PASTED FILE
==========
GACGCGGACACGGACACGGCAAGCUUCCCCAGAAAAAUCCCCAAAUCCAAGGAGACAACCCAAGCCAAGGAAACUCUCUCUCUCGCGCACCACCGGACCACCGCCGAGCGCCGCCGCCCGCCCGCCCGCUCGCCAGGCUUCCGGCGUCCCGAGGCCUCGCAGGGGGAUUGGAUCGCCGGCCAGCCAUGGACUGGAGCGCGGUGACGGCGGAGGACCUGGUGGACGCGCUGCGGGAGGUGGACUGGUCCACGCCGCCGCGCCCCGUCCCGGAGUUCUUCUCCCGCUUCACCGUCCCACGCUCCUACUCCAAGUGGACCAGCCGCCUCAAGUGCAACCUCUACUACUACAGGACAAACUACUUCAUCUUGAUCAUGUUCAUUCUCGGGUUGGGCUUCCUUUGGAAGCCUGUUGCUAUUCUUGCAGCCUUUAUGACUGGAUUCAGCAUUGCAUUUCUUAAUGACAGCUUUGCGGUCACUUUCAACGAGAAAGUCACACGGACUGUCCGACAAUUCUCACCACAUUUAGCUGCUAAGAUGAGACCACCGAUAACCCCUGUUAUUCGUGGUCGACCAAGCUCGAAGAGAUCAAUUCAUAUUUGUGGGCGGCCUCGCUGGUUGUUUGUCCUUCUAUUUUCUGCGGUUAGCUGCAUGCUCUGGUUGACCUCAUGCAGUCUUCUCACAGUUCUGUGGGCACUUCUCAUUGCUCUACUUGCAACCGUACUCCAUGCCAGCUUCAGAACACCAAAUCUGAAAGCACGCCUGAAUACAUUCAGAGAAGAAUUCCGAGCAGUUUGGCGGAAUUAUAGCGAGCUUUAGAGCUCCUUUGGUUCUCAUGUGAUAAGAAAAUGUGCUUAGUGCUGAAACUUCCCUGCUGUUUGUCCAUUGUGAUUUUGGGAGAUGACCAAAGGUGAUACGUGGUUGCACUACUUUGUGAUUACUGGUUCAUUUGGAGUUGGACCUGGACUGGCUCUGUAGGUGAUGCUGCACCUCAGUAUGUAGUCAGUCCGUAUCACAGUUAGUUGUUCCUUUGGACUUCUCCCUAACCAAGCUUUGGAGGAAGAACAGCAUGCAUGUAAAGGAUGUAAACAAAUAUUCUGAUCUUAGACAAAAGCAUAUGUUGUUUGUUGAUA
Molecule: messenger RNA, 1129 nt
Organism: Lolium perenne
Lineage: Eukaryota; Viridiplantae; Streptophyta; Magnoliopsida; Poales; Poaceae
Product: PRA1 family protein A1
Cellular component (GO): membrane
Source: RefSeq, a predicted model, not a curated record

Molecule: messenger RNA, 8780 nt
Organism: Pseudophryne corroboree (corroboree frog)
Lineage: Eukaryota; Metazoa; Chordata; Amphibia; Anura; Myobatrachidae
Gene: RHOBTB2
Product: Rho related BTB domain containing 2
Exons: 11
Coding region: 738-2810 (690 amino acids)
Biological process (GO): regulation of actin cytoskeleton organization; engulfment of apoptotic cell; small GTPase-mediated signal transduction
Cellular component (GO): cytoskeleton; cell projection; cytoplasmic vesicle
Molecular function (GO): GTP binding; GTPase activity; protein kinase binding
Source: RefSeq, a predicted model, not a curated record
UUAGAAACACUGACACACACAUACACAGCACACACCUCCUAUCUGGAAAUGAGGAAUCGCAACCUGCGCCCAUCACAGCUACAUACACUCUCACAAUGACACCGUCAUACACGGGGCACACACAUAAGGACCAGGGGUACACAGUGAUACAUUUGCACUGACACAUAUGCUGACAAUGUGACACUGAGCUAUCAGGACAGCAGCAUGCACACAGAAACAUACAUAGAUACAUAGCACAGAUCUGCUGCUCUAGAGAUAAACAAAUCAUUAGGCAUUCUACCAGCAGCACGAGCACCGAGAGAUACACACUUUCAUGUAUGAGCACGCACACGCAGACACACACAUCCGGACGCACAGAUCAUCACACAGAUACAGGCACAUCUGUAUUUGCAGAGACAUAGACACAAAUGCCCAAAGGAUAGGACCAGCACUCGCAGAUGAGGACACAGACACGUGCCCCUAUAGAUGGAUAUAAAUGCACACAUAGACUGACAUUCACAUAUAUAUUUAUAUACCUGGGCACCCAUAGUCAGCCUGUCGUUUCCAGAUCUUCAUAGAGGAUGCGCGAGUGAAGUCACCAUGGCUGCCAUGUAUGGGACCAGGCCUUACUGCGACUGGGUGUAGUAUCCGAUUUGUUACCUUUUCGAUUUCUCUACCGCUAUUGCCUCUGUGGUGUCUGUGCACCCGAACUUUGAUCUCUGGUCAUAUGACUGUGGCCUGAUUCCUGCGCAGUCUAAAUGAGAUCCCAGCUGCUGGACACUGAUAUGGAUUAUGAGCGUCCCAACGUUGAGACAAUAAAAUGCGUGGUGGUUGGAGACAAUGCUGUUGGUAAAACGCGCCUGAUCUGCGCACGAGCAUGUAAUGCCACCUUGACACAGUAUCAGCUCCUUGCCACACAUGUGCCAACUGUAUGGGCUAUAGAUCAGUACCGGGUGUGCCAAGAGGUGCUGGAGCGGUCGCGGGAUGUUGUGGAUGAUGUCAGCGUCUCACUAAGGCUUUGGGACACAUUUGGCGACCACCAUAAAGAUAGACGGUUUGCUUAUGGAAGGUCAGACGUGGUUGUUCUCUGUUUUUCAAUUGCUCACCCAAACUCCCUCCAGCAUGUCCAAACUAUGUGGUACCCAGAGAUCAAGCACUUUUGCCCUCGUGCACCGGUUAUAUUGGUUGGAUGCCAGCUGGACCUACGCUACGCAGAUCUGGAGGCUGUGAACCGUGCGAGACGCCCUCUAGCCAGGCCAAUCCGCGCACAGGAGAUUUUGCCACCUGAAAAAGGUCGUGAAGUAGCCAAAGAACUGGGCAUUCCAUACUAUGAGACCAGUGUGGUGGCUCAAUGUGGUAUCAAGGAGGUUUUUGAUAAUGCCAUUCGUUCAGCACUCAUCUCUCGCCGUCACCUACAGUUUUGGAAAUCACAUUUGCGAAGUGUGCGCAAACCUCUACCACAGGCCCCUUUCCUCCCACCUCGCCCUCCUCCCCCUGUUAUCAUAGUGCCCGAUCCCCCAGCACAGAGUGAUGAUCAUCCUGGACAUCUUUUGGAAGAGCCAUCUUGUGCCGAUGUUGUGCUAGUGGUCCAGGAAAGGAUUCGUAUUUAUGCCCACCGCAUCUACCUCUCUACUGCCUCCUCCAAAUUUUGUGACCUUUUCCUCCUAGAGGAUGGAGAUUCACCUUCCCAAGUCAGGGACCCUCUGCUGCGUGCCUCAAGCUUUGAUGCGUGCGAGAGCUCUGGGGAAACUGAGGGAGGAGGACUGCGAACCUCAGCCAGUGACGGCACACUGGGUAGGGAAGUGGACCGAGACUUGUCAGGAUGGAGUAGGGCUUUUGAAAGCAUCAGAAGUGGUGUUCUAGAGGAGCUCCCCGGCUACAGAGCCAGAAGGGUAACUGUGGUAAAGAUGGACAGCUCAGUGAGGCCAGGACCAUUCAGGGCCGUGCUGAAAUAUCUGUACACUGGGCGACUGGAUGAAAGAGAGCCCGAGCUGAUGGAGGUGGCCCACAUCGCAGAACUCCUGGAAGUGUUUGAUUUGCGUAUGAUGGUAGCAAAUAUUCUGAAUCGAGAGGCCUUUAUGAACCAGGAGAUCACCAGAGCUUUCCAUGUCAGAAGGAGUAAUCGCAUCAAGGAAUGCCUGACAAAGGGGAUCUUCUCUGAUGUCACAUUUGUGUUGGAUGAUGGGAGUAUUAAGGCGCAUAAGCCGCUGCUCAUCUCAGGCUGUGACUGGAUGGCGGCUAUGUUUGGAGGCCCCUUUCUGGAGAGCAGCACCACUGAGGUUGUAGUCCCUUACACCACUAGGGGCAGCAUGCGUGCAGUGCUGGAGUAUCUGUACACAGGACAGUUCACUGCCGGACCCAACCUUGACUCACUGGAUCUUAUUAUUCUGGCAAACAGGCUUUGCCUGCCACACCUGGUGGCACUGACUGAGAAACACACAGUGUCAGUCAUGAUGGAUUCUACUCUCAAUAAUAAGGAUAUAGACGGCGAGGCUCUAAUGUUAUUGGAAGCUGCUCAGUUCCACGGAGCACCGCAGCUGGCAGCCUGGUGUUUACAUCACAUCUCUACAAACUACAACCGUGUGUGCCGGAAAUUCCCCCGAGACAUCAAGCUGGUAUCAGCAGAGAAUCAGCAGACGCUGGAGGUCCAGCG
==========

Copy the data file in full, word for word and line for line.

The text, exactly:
GACGCGGACACGGACACGGCAAGCUUCCCCAGAAAAAUCCCCAAAUCCAAGGAGACAACCCAAGCCAAGGAAACUCUCUCUCUCGCGCACCACCGGACCACCGCCGAGCGCCGCCGCCCGCCCGCCCGCUCGCCAGGCUUCCGGCGUCCCGAGGCCUCGCAGGGGGAUUGGAUCGCCGGCCAGCCAUGGACUGGAGCGCGGUGACGGCGGAGGACCUGGUGGACGCGCUGCGGGAGGUGGACUGGUCCACGCCGCCGCGCCCCGUCCCGGAGUUCUUCUCCCGCUUCACCGUCCCACGCUCCUACUCCAAGUGGACCAGCCGCCUCAAGUGCAACCUCUACUACUACAGGACAAACUACUUCAUCUUGAUCAUGUUCAUUCUCGGGUUGGGCUUCCUUUGGAAGCCUGUUGCUAUUCUUGCAGCCUUUAUGACUGGAUUCAGCAUUGCAUUUCUUAAUGACAGCUUUGCGGUCACUUUCAACGAGAAAGUCACACGGACUGUCCGACAAUUCUCACCACAUUUAGCUGCUAAGAUGAGACCACCGAUAACCCCUGUUAUUCGUGGUCGACCAAGCUCGAAGAGAUCAAUUCAUAUUUGUGGGCGGCCUCGCUGGUUGUUUGUCCUUCUAUUUUCUGCGGUUAGCUGCAUGCUCUGGUUGACCUCAUGCAGUCUUCUCACAGUUCUGUGGGCACUUCUCAUUGCUCUACUUGCAACCGUACUCCAUGCCAGCUUCAGAACACCAAAUCUGAAAGCACGCCUGAAUACAUUCAGAGAAGAAUUCCGAGCAGUUUGGCGGAAUUAUAGCGAGCUUUAGAGCUCCUUUGGUUCUCAUGUGAUAAGAAAAUGUGCUUAGUGCUGAAACUUCCCUGCUGUUUGUCCAUUGUGAUUUUGGGAGAUGACCAAAGGUGAUACGUGGUUGCACUACUUUGUGAUUACUGGUUCAUUUGGAGUUGGACCUGGACUGGCUCUGUAGGUGAUGCUGCACCUCAGUAUGUAGUCAGUCCGUAUCACAGUUAGUUGUUCCUUUGGACUUCUCCCUAACCAAGCUUUGGAGGAAGAACAGCAUGCAUGUAAAGGAUGUAAACAAAUAUUCUGAUCUUAGACAAAAGCAUAUGUUGUUUGUUGAUA
Molecule: messenger RNA, 1129 nt
Organism: Lolium perenne
Lineage: Eukaryota; Viridiplantae; Streptophyta; Magnoliopsida; Poales; Poaceae
Product: PRA1 family protein A1
Cellular component (GO): membrane
Source: RefSeq, a predicted model, not a curated record

Molecule: messenger RNA, 8780 nt
Organism: Pseudophryne corroboree (corroboree frog)
Lineage: Eukaryota; Metazoa; Chordata; Amphibia; Anura; Myobatrachidae
Gene: RHOBTB2
Product: Rho related BTB domain containing 2
Exons: 11
Coding region: 738-2810 (690 amino acids)
Biological process (GO): regulation of actin cytoskeleton organization; engulfment of apoptotic cell; small GTPase-mediated signal transduction
Cellular component (GO): cytoskeleton; cell projection; cytoplasmic vesicle
Molecular function (GO): GTP binding; GTPase activity; protein kinase binding
Source: RefSeq, a predicted model, not a curated record
UUAGAAACACUGACACACACAUACACAGCACACACCUCCUAUCUGGAAAUGAGGAAUCGCAACCUGCGCCCAUCACAGCUACAUACACUCUCACAAUGACACCGUCAUACACGGGGCACACACAUAAGGACCAGGGGUACACAGUGAUACAUUUGCACUGACACAUAUGCUGACAAUGUGACACUGAGCUAUCAGGACAGCAGCAUGCACACAGAAACAUACAUAGAUACAUAGCACAGAUCUGCUGCUCUAGAGAUAAACAAAUCAUUAGGCAUUCUACCAGCAGCACGAGCACCGAGAGAUACACACUUUCAUGUAUGAGCACGCACACGCAGACACACACAUCCGGACGCACAGAUCAUCACACAGAUACAGGCACAUCUGUAUUUGCAGAGACAUAGACACAAAUGCCCAAAGGAUAGGACCAGCACUCGCAGAUGAGGACACAGACACGUGCCCCUAUAGAUGGAUAUAAAUGCACACAUAGACUGACAUUCACAUAUAUAUUUAUAUACCUGGGCACCCAUAGUCAGCCUGUCGUUUCCAGAUCUUCAUAGAGGAUGCGCGAGUGAAGUCACCAUGGCUGCCAUGUAUGGGACCAGGCCUUACUGCGACUGGGUGUAGUAUCCGAUUUGUUACCUUUUCGAUUUCUCUACCGCUAUUGCCUCUGUGGUGUCUGUGCACCCGAACUUUGAUCUCUGGUCAUAUGACUGUGGCCUGAUUCCUGCGCAGUCUAAAUGAGAUCCCAGCUGCUGGACACUGAUAUGGAUUAUGAGCGUCCCAACGUUGAGACAAUAAAAUGCGUGGUGGUUGGAGACAAUGCUGUUGGUAAAACGCGCCUGAUCUGCGCACGAGCAUGUAAUGCCACCUUGACACAGUAUCAGCUCCUUGCCACACAUGUGCCAACUGUAUGGGCUAUAGAUCAGUACCGGGUGUGCCAAGAGGUGCUGGAGCGGUCGCGGGAUGUUGUGGAUGAUGUCAGCGUCUCACUAAGGCUUUGGGACACAUUUGGCGACCACCAUAAAGAUAGACGGUUUGCUUAUGGAAGGUCAGACGUGGUUGUUCUCUGUUUUUCAAUUGCUCACCCAAACUCCCUCCAGCAUGUCCAAACUAUGUGGUACCCAGAGAUCAAGCACUUUUGCCCUCGUGCACCGGUUAUAUUGGUUGGAUGCCAGCUGGACCUACGCUACGCAGAUCUGGAGGCUGUGAACCGUGCGAGACGCCCUCUAGCCAGGCCAAUCCGCGCACAGGAGAUUUUGCCACCUGAAAAAGGUCGUGAAGUAGCCAAAGAACUGGGCAUUCCAUACUAUGAGACCAGUGUGGUGGCUCAAUGUGGUAUCAAGGAGGUUUUUGAUAAUGCCAUUCGUUCAGCACUCAUCUCUCGCCGUCACCUACAGUUUUGGAAAUCACAUUUGCGAAGUGUGCGCAAACCUCUACCACAGGCCCCUUUCCUCCCACCUCGCCCUCCUCCCCCUGUUAUCAUAGUGCCCGAUCCCCCAGCACAGAGUGAUGAUCAUCCUGGACAUCUUUUGGAAGAGCCAUCUUGUGCCGAUGUUGUGCUAGUGGUCCAGGAAAGGAUUCGUAUUUAUGCCCACCGCAUCUACCUCUCUACUGCCUCCUCCAAAUUUUGUGACCUUUUCCUCCUAGAGGAUGGAGAUUCACCUUCCCAAGUCAGGGACCCUCUGCUGCGUGCCUCAAGCUUUGAUGCGUGCGAGAGCUCUGGGGAAACUGAGGGAGGAGGACUGCGAACCUCAGCCAGUGACGGCACACUGGGUAGGGAAGUGGACCGAGACUUGUCAGGAUGGAGUAGGGCUUUUGAAAGCAUCAGAAGUGGUGUUCUAGAGGAGCUCCCCGGCUACAGAGCCAGAAGGGUAACUGUGGUAAAGAUGGACAGCUCAGUGAGGCCAGGACCAUUCAGGGCCGUGCUGAAAUAUCUGUACACUGGGCGACUGGAUGAAAGAGAGCCCGAGCUGAUGGAGGUGGCCCACAUCGCAGAACUCCUGGAAGUGUUUGAUUUGCGUAUGAUGGUAGCAAAUAUUCUGAAUCGAGAGGCCUUUAUGAACCAGGAGAUCACCAGAGCUUUCCAUGUCAGAAGGAGUAAUCGCAUCAAGGAAUGCCUGACAAAGGGGAUCUUCUCUGAUGUCACAUUUGUGUUGGAUGAUGGGAGUAUUAAGGCGCAUAAGCCGCUGCUCAUCUCAGGCUGUGACUGGAUGGCGGCUAUGUUUGGAGGCCCCUUUCUGGAGAGCAGCACCACUGAGGUUGUAGUCCCUUACACCACUAGGGGCAGCAUGCGUGCAGUGCUGGAGUAUCUGUACACAGGACAGUUCACUGCCGGACCCAACCUUGACUCACUGGAUCUUAUUAUUCUGGCAAACAGGCUUUGCCUGCCACACCUGGUGGCACUGACUGAGAAACACACAGUGUCAGUCAUGAUGGAUUCUACUCUCAAUAAUAAGGAUAUAGACGGCGAGGCUCUAAUGUUAUUGGAAGCUGCUCAGUUCCACGGAGCACCGCAGCUGGCAGCCUGGUGUUUACAUCACAUCUCUACAAACUACAACCGUGUGUGCCGGAAAUUCCCCCGAGACAUCAAGCUGGUAUCAGCAGAGAAUCAGCAGACGCUGGAGGUCCAGCG